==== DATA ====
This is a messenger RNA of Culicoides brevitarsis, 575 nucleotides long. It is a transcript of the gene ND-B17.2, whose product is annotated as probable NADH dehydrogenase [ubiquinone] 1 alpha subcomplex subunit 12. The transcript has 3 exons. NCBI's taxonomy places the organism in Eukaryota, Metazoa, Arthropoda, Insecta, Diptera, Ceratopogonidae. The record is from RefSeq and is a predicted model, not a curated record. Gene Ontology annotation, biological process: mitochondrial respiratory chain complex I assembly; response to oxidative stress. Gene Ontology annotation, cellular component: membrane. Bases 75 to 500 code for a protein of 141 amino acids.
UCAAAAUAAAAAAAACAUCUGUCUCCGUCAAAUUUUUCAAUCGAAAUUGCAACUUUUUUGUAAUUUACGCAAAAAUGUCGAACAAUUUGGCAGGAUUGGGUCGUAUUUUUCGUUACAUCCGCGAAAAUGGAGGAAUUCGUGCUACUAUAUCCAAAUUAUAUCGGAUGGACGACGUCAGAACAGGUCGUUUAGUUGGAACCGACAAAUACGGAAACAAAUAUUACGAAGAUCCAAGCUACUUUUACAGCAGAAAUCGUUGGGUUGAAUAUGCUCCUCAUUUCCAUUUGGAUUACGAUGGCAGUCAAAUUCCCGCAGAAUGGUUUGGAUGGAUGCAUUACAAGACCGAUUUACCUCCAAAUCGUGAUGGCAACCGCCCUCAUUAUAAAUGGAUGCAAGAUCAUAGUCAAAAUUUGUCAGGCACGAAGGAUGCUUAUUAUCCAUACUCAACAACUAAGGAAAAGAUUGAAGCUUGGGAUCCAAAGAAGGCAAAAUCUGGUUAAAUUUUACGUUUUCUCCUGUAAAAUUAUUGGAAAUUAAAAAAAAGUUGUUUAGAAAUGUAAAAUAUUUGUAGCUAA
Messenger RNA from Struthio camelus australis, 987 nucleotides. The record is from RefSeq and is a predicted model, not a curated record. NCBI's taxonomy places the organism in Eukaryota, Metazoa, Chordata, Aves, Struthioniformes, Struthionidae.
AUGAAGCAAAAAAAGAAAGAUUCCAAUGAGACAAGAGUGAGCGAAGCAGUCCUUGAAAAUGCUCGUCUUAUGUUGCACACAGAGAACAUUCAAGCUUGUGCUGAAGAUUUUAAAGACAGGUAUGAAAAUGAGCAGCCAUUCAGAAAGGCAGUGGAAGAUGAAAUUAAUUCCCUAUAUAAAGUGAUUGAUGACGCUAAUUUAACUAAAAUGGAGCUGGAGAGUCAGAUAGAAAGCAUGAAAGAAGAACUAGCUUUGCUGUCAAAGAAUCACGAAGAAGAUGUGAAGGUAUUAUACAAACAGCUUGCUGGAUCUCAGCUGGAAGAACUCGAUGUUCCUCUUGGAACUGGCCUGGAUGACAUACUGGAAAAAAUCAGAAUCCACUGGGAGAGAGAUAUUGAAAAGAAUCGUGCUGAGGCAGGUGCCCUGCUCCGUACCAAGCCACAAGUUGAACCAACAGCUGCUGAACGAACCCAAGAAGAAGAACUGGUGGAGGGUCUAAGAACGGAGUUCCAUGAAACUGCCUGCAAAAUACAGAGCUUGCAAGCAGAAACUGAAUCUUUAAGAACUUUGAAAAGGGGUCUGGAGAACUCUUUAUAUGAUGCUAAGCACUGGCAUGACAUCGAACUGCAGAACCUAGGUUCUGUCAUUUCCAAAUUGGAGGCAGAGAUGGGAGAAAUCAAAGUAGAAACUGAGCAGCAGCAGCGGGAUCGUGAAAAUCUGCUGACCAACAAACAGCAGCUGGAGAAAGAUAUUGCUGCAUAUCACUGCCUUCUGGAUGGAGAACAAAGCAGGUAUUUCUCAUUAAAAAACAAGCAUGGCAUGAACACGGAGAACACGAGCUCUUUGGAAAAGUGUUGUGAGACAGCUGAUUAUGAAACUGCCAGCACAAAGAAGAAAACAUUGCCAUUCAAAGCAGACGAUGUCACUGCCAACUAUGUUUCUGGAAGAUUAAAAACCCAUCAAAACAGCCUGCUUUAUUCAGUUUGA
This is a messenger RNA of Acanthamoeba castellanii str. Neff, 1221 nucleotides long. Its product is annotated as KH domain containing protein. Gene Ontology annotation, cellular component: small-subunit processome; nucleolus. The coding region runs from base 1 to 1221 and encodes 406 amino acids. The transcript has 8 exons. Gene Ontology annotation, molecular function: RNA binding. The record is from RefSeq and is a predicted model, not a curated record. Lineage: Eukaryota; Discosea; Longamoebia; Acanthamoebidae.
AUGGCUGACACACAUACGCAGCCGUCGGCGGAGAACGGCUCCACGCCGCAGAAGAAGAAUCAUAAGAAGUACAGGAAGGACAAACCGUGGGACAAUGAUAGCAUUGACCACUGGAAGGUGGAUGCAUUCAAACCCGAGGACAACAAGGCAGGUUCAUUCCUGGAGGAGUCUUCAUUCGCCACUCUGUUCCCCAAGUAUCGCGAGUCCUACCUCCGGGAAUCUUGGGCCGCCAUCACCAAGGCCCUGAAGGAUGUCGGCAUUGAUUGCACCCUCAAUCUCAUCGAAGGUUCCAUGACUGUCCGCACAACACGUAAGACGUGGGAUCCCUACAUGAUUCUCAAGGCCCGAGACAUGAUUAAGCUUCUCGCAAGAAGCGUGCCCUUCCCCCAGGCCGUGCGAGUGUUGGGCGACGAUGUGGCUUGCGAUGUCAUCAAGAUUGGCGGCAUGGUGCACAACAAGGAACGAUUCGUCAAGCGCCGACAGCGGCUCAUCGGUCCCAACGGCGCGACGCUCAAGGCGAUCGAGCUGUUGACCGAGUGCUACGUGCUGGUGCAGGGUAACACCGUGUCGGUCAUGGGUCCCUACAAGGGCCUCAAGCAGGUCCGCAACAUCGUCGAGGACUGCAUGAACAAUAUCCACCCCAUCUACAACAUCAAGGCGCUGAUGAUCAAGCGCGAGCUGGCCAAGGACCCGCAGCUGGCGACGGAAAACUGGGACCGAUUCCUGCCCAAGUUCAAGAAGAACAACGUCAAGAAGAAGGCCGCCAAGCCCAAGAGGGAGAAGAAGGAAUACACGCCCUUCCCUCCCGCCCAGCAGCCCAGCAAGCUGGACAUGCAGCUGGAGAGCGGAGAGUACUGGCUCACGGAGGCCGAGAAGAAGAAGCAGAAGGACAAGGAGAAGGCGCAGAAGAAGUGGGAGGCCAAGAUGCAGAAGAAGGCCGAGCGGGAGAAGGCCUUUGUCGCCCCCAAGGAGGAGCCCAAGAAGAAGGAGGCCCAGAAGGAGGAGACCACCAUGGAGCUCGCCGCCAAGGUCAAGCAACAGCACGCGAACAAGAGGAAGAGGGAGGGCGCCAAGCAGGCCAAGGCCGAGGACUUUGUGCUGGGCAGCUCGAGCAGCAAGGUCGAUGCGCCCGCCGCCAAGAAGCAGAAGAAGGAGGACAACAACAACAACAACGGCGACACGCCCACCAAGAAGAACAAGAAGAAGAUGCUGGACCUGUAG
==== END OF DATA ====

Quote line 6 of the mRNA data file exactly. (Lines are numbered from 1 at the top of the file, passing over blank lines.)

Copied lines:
AUGGCUGACACACAUACGCAGCCGUCGGCGGAGAACGGCUCCACGCCGCAGAAGAAGAAUCAUAAGAAGUACAGGAAGGACAAACCGUGGGACAAUGAUAGCAUUGACCACUGGAAGGUGGAUGCAUUCAAACCCGAGGACAACAAGGCAGGUUCAUUCCUGGAGGAGUCUUCAUUCGCCACUCUGUUCCCCAAGUAUCGCGAGUCCUACCUCCGGGAAUCUUGGGCCGCCAUCACCAAGGCCCUGAAGGAUGUCGGCAUUGAUUGCACCCUCAAUCUCAUCGAAGGUUCCAUGACUGUCCGCACAACACGUAAGACGUGGGAUCCCUACAUGAUUCUCAAGGCCCGAGACAUGAUUAAGCUUCUCGCAAGAAGCGUGCCCUUCCCCCAGGCCGUGCGAGUGUUGGGCGACGAUGUGGCUUGCGAUGUCAUCAAGAUUGGCGGCAUGGUGCACAACAAGGAACGAUUCGUCAAGCGCCGACAGCGGCUCAUCGGUCCCAACGGCGCGACGCUCAAGGCGAUCGAGCUGUUGACCGAGUGCUACGUGCUGGUGCAGGGUAACACCGUGUCGGUCAUGGGUCCCUACAAGGGCCUCAAGCAGGUCCGCAACAUCGUCGAGGACUGCAUGAACAAUAUCCACCCCAUCUACAACAUCAAGGCGCUGAUGAUCAAGCGCGAGCUGGCCAAGGACCCGCAGCUGGCGACGGAAAACUGGGACCGAUUCCUGCCCAAGUUCAAGAAGAACAACGUCAAGAAGAAGGCCGCCAAGCCCAAGAGGGAGAAGAAGGAAUACACGCCCUUCCCUCCCGCCCAGCAGCCCAGCAAGCUGGACAUGCAGCUGGAGAGCGGAGAGUACUGGCUCACGGAGGCCGAGAAGAAGAAGCAGAAGGACAAGGAGAAGGCGCAGAAGAAGUGGGAGGCCAAGAUGCAGAAGAAGGCCGAGCGGGAGAAGGCCUUUGUCGCCCCCAAGGAGGAGCCCAAGAAGAAGGAGGCCCAGAAGGAGGAGACCACCAUGGAGCUCGCCGCCAAGGUCAAGCAACAGCACGCGAACAAGAGGAAGAGGGAGGGCGCCAAGCAGGCCAAGGCCGAGGACUUUGUGCUGGGCAGCUCGAGCAGCAAGGUCGAUGCGCCCGCCGCCAAGAAGCAGAAGAAGGAGGACAACAACAACAACAACGGCGACACGCCCACCAAGAAGAACAAGAAGAAGAUGCUGGACCUGUAG